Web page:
On my daily walk along Rocky Creek last spring I noticed an unusual looking cream-colored turtle in a shallow pool. My wildlife reference book said it’s called a stinkpot or musk turtle as it secretes a foul-smelling yellowish fluid when frightened. They bask in the sun in shallow water to raise their temperature and speed up their metabolism.
For the next week I stopped to admire the eleven shell plates on its smooth football size “dome” and the pale stripes on the side of its head. Watching the turtle sunbath on the bottom of the sandy creek became one of the highlights of my day.
I was also concerned. Georgia was in a severe drought and the creek was drying up. Except for the turtle sometimes facing north and sometimes south it seldom moved as the water retreated.
At breakfast I told my husband the sad news. “I think the turtle is dying!”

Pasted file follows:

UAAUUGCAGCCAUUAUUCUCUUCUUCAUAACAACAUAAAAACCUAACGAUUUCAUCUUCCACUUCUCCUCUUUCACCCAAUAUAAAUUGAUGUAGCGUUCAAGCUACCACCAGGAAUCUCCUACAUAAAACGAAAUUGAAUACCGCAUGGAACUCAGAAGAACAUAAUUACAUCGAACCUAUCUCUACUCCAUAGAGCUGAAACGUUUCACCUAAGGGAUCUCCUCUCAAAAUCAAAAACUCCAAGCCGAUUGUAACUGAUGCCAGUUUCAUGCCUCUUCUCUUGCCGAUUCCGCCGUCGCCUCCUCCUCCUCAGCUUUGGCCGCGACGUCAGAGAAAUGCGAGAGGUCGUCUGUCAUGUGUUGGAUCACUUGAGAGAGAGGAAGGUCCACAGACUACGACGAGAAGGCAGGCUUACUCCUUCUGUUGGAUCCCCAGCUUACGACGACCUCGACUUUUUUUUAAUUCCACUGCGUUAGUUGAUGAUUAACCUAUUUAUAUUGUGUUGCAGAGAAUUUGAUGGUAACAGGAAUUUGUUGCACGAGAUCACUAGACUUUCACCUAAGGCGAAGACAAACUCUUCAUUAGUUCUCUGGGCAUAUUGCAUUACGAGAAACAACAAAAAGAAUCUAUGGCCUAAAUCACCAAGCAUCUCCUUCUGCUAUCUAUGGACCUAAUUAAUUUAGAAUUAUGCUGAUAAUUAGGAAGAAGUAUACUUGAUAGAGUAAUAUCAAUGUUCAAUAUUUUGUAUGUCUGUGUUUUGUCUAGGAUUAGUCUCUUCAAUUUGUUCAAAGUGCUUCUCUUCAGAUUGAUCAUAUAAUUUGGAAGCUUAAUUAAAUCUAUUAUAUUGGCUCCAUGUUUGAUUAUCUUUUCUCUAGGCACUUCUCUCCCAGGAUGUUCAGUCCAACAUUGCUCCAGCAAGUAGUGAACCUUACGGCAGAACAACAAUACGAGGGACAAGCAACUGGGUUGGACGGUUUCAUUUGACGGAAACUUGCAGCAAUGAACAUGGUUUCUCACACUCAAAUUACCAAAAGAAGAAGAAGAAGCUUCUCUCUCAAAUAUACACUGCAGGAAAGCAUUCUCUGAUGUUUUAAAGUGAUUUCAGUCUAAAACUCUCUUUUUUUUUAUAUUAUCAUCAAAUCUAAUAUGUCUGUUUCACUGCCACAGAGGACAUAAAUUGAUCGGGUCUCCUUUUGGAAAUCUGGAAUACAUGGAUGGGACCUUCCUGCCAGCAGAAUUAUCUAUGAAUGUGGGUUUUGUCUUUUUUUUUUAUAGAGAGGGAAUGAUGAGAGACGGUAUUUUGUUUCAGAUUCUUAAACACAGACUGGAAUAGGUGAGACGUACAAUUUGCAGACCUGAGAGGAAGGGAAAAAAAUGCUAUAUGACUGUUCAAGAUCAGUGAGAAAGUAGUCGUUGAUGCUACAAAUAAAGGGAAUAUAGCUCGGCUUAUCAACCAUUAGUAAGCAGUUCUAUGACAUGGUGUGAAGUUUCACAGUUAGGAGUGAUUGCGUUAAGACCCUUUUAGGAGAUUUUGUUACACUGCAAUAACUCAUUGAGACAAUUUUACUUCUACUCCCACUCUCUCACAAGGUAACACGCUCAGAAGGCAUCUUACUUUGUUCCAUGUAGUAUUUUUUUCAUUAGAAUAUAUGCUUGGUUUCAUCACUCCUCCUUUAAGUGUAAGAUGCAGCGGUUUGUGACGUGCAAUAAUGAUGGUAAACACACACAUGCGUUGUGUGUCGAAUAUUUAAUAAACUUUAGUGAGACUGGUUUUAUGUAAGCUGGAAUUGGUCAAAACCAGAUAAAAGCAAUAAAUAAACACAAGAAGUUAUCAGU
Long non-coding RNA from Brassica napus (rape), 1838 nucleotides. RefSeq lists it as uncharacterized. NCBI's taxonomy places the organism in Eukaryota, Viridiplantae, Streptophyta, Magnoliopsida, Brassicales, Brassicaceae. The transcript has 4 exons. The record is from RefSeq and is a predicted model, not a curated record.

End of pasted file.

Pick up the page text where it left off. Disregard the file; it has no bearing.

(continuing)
Alarmed we decided to relocate it to after lunch.
I began my morning chores. A few hours later my husband appeared. “Your ‘dying’ turtle is sitting at the front door of our cabin.”
Shocked, we got ready to relocate it immediately. The turtle had climbed up a steep hill to our house.
My husband appeared with a spade. “I’m going to pick it up,” I said firmly.
“I wouldn’t if I were you. Your book says they bite.”
“The turtle’s my buddy!” I said sharply. I gently picked the turtle up by its shell. It stretched out its thick neck and hissed. I carefully placed it in a large cardboard box.
We drove the turtle to the Towaliga River a couple of miles down the road.
A mother and father were fishing at the water’s edge with their teenage daughter. When they saw the turtle they dropped their rods and rushed over.
“Isn’t it beautiful?” I smiled with pride. Staring at the turtle they nodded.
I placed the turtle on a sandbar next to the water. It sat dead still. Then like a lightening bolt it shot into the water and disappeared upstream. We all cheered.
My husband and I grinned all the way home. The turtle’s presence gave us the gift of gratitude.